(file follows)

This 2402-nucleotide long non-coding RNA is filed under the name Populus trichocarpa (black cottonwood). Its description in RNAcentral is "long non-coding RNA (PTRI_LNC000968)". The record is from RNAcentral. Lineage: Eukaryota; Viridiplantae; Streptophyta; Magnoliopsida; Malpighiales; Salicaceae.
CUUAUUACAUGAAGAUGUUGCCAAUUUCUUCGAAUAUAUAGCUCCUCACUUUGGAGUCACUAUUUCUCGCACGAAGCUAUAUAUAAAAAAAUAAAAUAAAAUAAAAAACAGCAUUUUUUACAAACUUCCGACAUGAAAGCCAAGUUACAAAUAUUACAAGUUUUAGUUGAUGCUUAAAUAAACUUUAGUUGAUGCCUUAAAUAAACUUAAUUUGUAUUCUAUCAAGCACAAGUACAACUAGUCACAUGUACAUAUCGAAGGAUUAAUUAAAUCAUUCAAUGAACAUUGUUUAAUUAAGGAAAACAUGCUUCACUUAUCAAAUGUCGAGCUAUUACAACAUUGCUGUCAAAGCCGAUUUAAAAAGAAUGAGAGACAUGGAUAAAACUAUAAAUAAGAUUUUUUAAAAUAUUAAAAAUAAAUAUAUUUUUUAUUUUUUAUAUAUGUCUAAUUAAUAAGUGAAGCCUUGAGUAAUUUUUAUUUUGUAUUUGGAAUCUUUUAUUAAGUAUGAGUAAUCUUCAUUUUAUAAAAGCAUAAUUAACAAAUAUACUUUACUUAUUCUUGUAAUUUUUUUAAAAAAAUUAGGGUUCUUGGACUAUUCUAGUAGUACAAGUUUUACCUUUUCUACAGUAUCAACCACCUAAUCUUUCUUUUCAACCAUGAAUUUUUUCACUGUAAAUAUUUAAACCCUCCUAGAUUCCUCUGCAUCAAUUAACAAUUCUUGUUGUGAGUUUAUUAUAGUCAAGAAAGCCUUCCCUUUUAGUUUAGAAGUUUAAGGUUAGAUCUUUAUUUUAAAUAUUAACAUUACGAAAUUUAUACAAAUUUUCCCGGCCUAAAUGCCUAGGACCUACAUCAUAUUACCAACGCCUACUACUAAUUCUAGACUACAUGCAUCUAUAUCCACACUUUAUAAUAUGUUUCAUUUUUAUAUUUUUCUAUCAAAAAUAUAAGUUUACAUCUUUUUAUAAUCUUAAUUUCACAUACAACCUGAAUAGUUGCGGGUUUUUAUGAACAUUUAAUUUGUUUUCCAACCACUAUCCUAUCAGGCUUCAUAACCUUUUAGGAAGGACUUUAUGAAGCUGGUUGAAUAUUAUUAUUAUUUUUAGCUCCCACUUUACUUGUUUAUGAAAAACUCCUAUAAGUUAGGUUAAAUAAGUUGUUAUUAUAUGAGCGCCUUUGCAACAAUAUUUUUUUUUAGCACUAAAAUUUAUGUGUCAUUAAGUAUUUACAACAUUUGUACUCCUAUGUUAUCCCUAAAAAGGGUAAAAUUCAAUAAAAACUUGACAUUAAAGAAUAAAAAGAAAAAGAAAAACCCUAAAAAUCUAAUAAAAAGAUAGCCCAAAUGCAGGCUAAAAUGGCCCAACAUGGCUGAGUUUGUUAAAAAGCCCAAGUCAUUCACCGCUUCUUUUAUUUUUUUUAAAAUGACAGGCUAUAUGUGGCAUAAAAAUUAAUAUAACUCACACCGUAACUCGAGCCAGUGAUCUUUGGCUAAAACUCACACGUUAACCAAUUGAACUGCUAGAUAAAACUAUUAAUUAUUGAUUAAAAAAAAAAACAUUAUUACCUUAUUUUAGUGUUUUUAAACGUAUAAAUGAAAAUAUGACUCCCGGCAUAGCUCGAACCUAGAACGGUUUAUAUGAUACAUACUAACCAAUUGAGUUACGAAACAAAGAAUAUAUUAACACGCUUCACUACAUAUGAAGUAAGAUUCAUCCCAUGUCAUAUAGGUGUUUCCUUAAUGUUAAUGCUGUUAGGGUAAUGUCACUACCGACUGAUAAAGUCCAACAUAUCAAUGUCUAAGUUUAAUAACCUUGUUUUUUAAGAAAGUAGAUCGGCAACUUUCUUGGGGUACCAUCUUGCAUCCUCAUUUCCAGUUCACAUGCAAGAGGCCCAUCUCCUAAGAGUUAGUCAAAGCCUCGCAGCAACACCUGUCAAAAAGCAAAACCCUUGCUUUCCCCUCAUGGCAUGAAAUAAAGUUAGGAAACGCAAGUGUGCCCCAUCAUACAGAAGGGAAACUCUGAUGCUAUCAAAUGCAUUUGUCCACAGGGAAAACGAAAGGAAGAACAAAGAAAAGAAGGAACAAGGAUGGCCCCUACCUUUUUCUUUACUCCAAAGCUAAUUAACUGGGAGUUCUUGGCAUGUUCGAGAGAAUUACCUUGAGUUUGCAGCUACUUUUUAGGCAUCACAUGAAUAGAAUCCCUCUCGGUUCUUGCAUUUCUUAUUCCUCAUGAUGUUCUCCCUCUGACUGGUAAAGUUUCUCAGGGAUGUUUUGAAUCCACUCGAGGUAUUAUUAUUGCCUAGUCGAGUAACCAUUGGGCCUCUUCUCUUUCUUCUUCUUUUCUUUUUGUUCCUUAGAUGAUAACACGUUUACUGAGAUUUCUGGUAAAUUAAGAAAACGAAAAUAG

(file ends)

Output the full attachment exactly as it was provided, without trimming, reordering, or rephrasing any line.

This 2402-nucleotide long non-coding RNA is filed under the name Populus trichocarpa (black cottonwood). Its description in RNAcentral is "long non-coding RNA (PTRI_LNC000968)". The record is from RNAcentral. Lineage: Eukaryota; Viridiplantae; Streptophyta; Magnoliopsida; Malpighiales; Salicaceae.
CUUAUUACAUGAAGAUGUUGCCAAUUUCUUCGAAUAUAUAGCUCCUCACUUUGGAGUCACUAUUUCUCGCACGAAGCUAUAUAUAAAAAAAUAAAAUAAAAUAAAAAACAGCAUUUUUUACAAACUUCCGACAUGAAAGCCAAGUUACAAAUAUUACAAGUUUUAGUUGAUGCUUAAAUAAACUUUAGUUGAUGCCUUAAAUAAACUUAAUUUGUAUUCUAUCAAGCACAAGUACAACUAGUCACAUGUACAUAUCGAAGGAUUAAUUAAAUCAUUCAAUGAACAUUGUUUAAUUAAGGAAAACAUGCUUCACUUAUCAAAUGUCGAGCUAUUACAACAUUGCUGUCAAAGCCGAUUUAAAAAGAAUGAGAGACAUGGAUAAAACUAUAAAUAAGAUUUUUUAAAAUAUUAAAAAUAAAUAUAUUUUUUAUUUUUUAUAUAUGUCUAAUUAAUAAGUGAAGCCUUGAGUAAUUUUUAUUUUGUAUUUGGAAUCUUUUAUUAAGUAUGAGUAAUCUUCAUUUUAUAAAAGCAUAAUUAACAAAUAUACUUUACUUAUUCUUGUAAUUUUUUUAAAAAAAUUAGGGUUCUUGGACUAUUCUAGUAGUACAAGUUUUACCUUUUCUACAGUAUCAACCACCUAAUCUUUCUUUUCAACCAUGAAUUUUUUCACUGUAAAUAUUUAAACCCUCCUAGAUUCCUCUGCAUCAAUUAACAAUUCUUGUUGUGAGUUUAUUAUAGUCAAGAAAGCCUUCCCUUUUAGUUUAGAAGUUUAAGGUUAGAUCUUUAUUUUAAAUAUUAACAUUACGAAAUUUAUACAAAUUUUCCCGGCCUAAAUGCCUAGGACCUACAUCAUAUUACCAACGCCUACUACUAAUUCUAGACUACAUGCAUCUAUAUCCACACUUUAUAAUAUGUUUCAUUUUUAUAUUUUUCUAUCAAAAAUAUAAGUUUACAUCUUUUUAUAAUCUUAAUUUCACAUACAACCUGAAUAGUUGCGGGUUUUUAUGAACAUUUAAUUUGUUUUCCAACCACUAUCCUAUCAGGCUUCAUAACCUUUUAGGAAGGACUUUAUGAAGCUGGUUGAAUAUUAUUAUUAUUUUUAGCUCCCACUUUACUUGUUUAUGAAAAACUCCUAUAAGUUAGGUUAAAUAAGUUGUUAUUAUAUGAGCGCCUUUGCAACAAUAUUUUUUUUUAGCACUAAAAUUUAUGUGUCAUUAAGUAUUUACAACAUUUGUACUCCUAUGUUAUCCCUAAAAAGGGUAAAAUUCAAUAAAAACUUGACAUUAAAGAAUAAAAAGAAAAAGAAAAACCCUAAAAAUCUAAUAAAAAGAUAGCCCAAAUGCAGGCUAAAAUGGCCCAACAUGGCUGAGUUUGUUAAAAAGCCCAAGUCAUUCACCGCUUCUUUUAUUUUUUUUAAAAUGACAGGCUAUAUGUGGCAUAAAAAUUAAUAUAACUCACACCGUAACUCGAGCCAGUGAUCUUUGGCUAAAACUCACACGUUAACCAAUUGAACUGCUAGAUAAAACUAUUAAUUAUUGAUUAAAAAAAAAAACAUUAUUACCUUAUUUUAGUGUUUUUAAACGUAUAAAUGAAAAUAUGACUCCCGGCAUAGCUCGAACCUAGAACGGUUUAUAUGAUACAUACUAACCAAUUGAGUUACGAAACAAAGAAUAUAUUAACACGCUUCACUACAUAUGAAGUAAGAUUCAUCCCAUGUCAUAUAGGUGUUUCCUUAAUGUUAAUGCUGUUAGGGUAAUGUCACUACCGACUGAUAAAGUCCAACAUAUCAAUGUCUAAGUUUAAUAACCUUGUUUUUUAAGAAAGUAGAUCGGCAACUUUCUUGGGGUACCAUCUUGCAUCCUCAUUUCCAGUUCACAUGCAAGAGGCCCAUCUCCUAAGAGUUAGUCAAAGCCUCGCAGCAACACCUGUCAAAAAGCAAAACCCUUGCUUUCCCCUCAUGGCAUGAAAUAAAGUUAGGAAACGCAAGUGUGCCCCAUCAUACAGAAGGGAAACUCUGAUGCUAUCAAAUGCAUUUGUCCACAGGGAAAACGAAAGGAAGAACAAAGAAAAGAAGGAACAAGGAUGGCCCCUACCUUUUUCUUUACUCCAAAGCUAAUUAACUGGGAGUUCUUGGCAUGUUCGAGAGAAUUACCUUGAGUUUGCAGCUACUUUUUAGGCAUCACAUGAAUAGAAUCCCUCUCGGUUCUUGCAUUUCUUAUUCCUCAUGAUGUUCUCCCUCUGACUGGUAAAGUUUCUCAGGGAUGUUUUGAAUCCACUCGAGGUAUUAUUAUUGCCUAGUCGAGUAACCAUUGGGCCUCUUCUCUUUCUUCUUCUUUUCUUUUUGUUCCUUAGAUGAUAACACGUUUACUGAGAUUUCUGGUAAAUUAAGAAAACGAAAAUAG